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Book by Hegi Ursula
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Chapter One: 1894-1909
It didn't look like the kind of house that would carry a curse. Built by a German immigrant of brick and dark timber, the Wasserburg was six stories tall with six apartments on each floor. In the small New Hampshire town that carried the name of the lake it bordered, the U-shaped building took up an entire block and stood high above the clapboard houses and the shoreline. It was the kind of structure you might expect to see in New York -- with marble bathrooms and stained-glass inserts in the tall windows -- and it was too flamboyant, the townspeople said, too conspicuous for this part of New England where dusk set early upon the vast lake that was flecked with hundreds of islands and that the Indians had named Winnipesaukee -- Smile of the Great Spirit.
When Emma Blau was a child, her grandfather's Wasserburg -- water fortress -- was still splendid with carpet runners in the hallways, the design and colors of peacock feathers. Often Emma would pretend she walked on the tail feathers of an immense peacock who sweeps himself with her into the air. She soars above the sand-colored trim at the roofline and the glazed blue tiles set into the facade; above the courtyard with its brick walks and the birdbath fountain; above the elevated garden with its swing set and flower beds where her German grandmother Helene is planting snapdragons and geraniums and camomile and pansies -- Stiefmütterchen -- an affectionate term for little stepmother, a role Helene had taken on for the children of her husband's dead wives.
Ever since Emma's grandfather had brought her to the secret place where the house breathed, Emma had returned there alone, though it was a forbidden place where children might fall and get mangled by the green machines and wires that spun dust motes in the half-light. She'd steal the key to the roof door from behind the pewter cups in her grandparents' china cabinet, ride the elevator to the top floor, and slip into the brick structure that sat like an immense smokestack on the flat roof. As she'd climb the wooden ladder to the platform above the elevator, the breath of the house would raise the fine hairs on her arms with a whoosh, and she'd laugh with delight. Steady puffs of warm breath emanated from a wheel that turned to the left. Wound around this wheel was a chain -- similar to the one on Emma's bicycle -- that ran up to an oval loop and connected to moving rods that clicked and hummed in an always changing song. Whenever the elevator stopped, she'd feel a shudder rise from the shaft as if the building were stirring itself awake.
Emma knew the house from within and from above: she had crawled into its guts, played behind the boiler in the vaulted furnace room, climbed out of the second-floor window onto the curved balcony above the entrance, and balanced on the edge of the roof far above the town. Sometimes she felt she was the center of the house, breathing its breath-song, while other times the house was at the center of her like a pulse that warmed her as she held it safe within her body.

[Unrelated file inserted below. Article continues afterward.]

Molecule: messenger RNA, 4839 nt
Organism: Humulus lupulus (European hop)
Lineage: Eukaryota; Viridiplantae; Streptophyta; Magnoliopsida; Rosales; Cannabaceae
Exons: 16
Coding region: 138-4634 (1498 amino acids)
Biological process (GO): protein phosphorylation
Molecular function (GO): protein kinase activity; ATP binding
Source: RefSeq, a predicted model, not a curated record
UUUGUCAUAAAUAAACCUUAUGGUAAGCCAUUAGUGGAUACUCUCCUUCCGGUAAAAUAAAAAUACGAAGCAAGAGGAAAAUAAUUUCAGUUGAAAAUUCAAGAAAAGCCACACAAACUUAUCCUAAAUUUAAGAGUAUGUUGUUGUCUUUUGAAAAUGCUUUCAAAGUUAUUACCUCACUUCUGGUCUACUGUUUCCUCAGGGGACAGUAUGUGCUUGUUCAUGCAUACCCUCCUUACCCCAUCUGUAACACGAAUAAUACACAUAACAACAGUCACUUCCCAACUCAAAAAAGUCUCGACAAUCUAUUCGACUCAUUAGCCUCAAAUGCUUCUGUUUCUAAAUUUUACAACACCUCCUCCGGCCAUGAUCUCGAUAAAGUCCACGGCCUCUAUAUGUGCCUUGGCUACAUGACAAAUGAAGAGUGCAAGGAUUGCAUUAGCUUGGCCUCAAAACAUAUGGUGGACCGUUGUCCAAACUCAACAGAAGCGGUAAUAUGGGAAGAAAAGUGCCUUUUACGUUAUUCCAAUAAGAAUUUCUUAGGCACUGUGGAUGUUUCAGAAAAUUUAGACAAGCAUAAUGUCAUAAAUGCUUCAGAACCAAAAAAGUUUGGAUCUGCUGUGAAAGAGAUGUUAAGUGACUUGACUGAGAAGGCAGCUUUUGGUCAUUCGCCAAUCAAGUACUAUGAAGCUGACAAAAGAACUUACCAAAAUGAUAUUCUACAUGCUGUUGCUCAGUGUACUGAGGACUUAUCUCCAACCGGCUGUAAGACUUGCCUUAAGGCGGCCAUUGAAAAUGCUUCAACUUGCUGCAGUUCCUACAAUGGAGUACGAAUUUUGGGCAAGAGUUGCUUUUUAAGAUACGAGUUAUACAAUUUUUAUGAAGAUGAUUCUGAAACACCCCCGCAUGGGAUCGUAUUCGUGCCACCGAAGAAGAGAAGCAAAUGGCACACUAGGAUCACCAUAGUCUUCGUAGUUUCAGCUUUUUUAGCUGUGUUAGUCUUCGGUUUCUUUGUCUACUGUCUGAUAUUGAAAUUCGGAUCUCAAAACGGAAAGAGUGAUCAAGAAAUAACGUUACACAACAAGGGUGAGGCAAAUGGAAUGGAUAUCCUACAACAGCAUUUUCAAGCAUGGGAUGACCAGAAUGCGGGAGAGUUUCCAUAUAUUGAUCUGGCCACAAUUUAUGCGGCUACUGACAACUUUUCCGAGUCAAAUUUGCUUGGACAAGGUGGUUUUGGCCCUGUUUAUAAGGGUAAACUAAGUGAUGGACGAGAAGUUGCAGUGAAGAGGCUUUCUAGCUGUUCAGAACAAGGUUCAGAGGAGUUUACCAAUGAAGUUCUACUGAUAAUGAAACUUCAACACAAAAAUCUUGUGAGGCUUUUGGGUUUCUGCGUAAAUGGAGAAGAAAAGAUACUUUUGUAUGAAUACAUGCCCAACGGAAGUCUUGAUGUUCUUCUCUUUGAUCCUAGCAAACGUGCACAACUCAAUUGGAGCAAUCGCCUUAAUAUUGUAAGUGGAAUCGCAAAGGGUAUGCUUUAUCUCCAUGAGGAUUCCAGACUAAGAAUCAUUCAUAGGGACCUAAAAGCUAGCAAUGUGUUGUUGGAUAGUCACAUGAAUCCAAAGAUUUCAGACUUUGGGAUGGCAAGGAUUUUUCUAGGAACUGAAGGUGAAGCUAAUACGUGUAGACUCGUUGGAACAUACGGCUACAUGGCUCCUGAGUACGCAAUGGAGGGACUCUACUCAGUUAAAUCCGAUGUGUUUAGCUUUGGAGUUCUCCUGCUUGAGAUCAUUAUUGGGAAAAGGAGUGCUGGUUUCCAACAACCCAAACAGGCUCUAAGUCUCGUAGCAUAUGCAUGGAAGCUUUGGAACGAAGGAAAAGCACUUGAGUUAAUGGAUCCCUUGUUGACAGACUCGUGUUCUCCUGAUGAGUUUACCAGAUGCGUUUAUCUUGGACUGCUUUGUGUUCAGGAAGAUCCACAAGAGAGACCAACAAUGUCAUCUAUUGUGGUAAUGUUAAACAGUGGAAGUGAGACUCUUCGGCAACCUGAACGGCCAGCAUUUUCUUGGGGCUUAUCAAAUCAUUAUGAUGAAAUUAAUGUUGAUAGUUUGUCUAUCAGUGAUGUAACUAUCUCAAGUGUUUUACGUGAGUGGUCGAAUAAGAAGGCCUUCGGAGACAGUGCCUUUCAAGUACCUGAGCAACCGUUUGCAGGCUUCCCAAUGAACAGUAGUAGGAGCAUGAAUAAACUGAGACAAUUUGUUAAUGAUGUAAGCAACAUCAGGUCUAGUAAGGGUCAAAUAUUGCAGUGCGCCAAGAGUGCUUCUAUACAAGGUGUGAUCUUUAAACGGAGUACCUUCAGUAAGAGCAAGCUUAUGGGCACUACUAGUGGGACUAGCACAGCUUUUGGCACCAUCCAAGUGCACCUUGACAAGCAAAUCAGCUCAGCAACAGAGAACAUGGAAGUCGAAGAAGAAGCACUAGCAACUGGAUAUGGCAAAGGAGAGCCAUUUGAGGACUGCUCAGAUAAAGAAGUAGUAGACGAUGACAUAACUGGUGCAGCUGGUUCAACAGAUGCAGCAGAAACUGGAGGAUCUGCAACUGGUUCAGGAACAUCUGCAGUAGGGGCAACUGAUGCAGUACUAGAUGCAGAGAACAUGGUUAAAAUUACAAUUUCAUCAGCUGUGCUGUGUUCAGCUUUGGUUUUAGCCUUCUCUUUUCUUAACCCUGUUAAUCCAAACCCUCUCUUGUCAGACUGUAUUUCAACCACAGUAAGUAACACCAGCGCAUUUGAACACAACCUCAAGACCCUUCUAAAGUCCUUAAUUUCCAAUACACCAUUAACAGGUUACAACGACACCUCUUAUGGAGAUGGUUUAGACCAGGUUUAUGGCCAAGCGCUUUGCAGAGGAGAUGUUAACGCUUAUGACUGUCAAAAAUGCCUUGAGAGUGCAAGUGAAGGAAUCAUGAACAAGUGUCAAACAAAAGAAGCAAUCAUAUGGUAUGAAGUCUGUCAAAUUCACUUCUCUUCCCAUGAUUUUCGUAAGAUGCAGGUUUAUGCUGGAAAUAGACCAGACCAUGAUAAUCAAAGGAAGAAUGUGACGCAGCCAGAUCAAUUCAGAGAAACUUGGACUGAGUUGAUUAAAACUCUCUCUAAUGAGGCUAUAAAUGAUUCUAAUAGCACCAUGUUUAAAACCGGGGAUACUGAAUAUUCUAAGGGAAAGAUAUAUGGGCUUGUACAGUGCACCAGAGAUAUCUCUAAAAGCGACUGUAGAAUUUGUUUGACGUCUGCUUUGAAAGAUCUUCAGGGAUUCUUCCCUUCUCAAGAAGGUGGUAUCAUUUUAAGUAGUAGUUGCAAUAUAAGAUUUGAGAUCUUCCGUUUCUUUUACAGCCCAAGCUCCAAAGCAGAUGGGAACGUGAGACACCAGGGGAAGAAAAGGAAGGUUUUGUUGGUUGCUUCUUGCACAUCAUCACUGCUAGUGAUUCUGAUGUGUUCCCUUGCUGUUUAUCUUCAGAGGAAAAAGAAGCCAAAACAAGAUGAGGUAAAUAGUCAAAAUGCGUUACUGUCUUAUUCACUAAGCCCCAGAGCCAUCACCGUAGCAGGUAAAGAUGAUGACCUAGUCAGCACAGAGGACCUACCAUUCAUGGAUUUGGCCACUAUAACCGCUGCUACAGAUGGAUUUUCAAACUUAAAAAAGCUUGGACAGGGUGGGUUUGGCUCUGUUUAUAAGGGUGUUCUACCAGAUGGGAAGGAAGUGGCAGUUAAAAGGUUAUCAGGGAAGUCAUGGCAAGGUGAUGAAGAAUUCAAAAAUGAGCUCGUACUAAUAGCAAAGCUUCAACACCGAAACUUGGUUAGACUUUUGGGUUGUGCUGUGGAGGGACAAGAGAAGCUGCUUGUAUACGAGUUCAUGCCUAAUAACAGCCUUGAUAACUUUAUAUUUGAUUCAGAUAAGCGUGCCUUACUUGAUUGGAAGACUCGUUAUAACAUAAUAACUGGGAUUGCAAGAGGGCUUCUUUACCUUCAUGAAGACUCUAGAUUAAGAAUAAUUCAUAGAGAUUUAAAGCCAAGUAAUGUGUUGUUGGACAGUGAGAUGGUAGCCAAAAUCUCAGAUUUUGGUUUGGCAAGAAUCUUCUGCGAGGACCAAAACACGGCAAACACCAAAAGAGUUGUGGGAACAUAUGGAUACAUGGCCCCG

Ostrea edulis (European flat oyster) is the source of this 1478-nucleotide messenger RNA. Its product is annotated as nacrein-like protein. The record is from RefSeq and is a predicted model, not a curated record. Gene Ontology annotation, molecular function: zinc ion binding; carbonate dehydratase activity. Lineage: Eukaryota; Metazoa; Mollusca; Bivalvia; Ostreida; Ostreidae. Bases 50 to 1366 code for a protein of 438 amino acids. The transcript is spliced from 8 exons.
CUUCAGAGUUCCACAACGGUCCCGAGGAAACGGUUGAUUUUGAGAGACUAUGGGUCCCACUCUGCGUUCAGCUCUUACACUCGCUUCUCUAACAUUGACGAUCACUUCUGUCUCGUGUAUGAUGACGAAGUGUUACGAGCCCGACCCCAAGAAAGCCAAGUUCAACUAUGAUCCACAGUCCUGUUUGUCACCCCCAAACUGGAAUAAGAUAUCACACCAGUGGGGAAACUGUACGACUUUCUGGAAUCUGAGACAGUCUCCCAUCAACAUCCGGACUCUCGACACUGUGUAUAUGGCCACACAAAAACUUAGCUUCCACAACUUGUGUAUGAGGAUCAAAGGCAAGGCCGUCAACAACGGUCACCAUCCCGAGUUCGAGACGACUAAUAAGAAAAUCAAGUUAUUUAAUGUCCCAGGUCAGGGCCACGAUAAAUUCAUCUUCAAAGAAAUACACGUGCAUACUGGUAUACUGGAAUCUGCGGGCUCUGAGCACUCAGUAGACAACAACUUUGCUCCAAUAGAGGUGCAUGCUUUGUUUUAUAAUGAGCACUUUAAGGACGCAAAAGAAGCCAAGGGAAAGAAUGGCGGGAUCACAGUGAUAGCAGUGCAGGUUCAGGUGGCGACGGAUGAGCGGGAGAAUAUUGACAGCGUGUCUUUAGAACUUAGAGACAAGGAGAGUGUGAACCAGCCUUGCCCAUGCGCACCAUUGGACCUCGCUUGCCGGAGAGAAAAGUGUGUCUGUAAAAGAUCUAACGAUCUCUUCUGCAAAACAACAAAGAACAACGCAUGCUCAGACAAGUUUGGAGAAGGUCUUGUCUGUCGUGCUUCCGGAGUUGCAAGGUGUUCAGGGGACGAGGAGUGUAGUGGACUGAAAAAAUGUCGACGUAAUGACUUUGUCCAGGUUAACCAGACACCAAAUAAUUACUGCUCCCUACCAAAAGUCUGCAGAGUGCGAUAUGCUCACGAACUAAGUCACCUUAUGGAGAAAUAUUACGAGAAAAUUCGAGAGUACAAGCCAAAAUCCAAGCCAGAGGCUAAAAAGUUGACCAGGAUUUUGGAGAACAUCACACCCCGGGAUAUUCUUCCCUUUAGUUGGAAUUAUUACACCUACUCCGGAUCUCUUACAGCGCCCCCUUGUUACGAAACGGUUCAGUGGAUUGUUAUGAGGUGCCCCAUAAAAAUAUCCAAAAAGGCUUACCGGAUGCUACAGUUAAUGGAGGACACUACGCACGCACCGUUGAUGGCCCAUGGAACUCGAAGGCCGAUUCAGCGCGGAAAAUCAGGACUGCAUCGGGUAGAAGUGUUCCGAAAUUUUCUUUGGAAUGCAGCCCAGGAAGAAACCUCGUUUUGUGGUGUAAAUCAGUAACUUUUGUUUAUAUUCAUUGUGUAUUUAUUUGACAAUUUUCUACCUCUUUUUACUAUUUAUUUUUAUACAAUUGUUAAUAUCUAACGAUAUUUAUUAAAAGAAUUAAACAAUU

Her grandfather, Stefan Blau, was only thirteen when he ran away from his hometown in Germany one rainy November night in 1894. Convinced he lived in the most fascinating time possible -- an age of transformation and discovery -- he'd felt restless in Burgdorf. Too many traditions. Too many restrictions. America, he believed, was the country where people brought about changes instead of resisting them. But his parents didn't want to listen when he read to them about immigrants earning fortunes, about inventions, about gold in the hills; they didn't know that America had grafted itself to his mind so tenaciously that he had dreams of it every single night, dreams of an odd and magnificent landscape that fused what he had culled from various books, a landscape inhabited by buffaloes and by buildings so tall they pierced the clouds.
When Stefan bought an English dictionary and memorized forty new words each day, his parents shook their heads and told him they were not about to leave Germany, and when he suggested he'd make the passage alone and send for them and his sister once he'd made his fortune, they smiled. "What a child he still is," they said to each other.
They were asleep when he left.
Although short for his age, he was sturdy and talked his way into work on a coal barge that floated north on the Rhein past Oberhausen and Xanten into Holland, where the river split into two tributaries that swirled into the North Sea. The language of the Dutch -- even more guttural than his native German -- sounded harsh to Stefan. When he reached Rotterdam and was unable to trade labor for passage to America, he started toward Amsterdam and walked through cold nights and days, resting in barns or churches only when he was too chilled and exhausted to keep moving. But he never lost his enthusiasm because with each step -- so he reminded himself -- he was getting closer to America. Besides, people helped him along the way as if to make certain that he'd really get there: a bald priest gave him woolen earmuffs that some other boy had forgotten in the confessional, and a farm woman fed him Schwarzbrot with Blutwurst -- black bread with blood sausage -- and packed him enough for a second meal to take along in his wooden toolbox that already contained his clothes and books.